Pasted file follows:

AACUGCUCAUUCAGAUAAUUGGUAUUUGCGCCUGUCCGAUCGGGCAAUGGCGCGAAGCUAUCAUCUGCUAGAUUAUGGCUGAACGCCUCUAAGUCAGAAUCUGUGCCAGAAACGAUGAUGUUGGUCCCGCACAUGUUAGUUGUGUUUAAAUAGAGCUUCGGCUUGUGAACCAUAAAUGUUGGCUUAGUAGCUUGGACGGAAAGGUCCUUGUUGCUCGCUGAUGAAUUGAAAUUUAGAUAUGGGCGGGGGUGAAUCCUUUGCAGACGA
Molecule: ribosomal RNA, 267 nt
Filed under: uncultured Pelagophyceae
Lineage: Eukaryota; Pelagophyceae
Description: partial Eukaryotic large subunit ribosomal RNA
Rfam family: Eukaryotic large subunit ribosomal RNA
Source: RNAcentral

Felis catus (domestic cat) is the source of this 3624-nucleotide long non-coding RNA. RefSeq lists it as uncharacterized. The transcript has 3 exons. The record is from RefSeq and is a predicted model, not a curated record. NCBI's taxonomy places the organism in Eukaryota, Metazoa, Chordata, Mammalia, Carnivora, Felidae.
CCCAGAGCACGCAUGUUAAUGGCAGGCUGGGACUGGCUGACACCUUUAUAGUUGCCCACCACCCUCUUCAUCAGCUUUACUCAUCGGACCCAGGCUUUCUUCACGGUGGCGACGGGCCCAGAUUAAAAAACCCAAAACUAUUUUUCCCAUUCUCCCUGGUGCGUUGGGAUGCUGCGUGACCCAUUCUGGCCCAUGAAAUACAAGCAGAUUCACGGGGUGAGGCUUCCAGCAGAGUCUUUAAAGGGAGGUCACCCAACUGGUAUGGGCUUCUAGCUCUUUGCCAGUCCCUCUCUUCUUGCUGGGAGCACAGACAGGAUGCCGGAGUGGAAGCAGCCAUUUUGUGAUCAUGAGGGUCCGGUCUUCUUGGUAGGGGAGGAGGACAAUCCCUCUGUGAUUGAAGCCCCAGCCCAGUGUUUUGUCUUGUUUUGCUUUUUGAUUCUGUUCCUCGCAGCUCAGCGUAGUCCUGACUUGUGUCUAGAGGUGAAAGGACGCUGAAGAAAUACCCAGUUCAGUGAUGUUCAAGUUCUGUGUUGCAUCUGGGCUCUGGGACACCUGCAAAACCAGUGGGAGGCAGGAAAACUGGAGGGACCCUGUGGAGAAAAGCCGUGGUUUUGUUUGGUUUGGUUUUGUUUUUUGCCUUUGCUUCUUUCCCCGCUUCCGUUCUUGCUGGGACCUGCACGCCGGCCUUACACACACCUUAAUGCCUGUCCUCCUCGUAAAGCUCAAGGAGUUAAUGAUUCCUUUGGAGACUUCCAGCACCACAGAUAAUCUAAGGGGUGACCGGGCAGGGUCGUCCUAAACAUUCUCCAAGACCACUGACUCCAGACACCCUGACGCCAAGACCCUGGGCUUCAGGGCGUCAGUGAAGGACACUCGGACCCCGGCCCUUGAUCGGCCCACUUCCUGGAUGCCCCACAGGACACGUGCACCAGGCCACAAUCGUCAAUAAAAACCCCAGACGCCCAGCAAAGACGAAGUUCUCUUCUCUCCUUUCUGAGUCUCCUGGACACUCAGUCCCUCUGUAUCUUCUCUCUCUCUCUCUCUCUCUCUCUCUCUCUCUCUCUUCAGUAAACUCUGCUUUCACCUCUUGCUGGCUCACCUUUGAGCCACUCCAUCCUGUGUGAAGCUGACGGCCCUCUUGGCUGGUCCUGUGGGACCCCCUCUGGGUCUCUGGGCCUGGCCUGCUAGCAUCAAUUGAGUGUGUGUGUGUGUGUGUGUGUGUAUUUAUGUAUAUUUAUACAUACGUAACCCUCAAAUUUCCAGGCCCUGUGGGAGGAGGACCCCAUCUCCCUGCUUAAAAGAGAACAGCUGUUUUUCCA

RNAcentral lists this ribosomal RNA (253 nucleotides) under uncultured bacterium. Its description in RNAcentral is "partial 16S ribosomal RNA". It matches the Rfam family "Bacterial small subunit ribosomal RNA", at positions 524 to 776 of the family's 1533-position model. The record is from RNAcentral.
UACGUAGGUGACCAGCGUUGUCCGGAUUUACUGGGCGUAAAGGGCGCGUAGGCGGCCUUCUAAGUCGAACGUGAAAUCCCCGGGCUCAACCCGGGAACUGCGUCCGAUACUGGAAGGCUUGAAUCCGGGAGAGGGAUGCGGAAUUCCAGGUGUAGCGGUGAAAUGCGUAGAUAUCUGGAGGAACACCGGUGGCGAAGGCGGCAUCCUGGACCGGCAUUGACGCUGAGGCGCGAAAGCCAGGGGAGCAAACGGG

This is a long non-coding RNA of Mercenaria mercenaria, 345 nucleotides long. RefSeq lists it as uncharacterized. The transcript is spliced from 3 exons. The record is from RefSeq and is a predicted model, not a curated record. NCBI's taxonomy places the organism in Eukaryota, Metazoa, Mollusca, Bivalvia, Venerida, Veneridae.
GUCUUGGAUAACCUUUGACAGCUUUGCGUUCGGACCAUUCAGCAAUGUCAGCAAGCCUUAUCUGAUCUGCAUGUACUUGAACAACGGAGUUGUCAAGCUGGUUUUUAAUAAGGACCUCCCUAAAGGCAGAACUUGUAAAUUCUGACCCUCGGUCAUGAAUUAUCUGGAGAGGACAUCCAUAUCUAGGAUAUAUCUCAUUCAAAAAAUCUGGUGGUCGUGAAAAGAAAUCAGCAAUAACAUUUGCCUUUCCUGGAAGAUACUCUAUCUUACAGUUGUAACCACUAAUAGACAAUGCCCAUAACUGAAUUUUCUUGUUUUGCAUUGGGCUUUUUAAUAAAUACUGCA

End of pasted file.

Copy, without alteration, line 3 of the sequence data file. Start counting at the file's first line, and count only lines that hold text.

Filed under: uncultured Pelagophyceae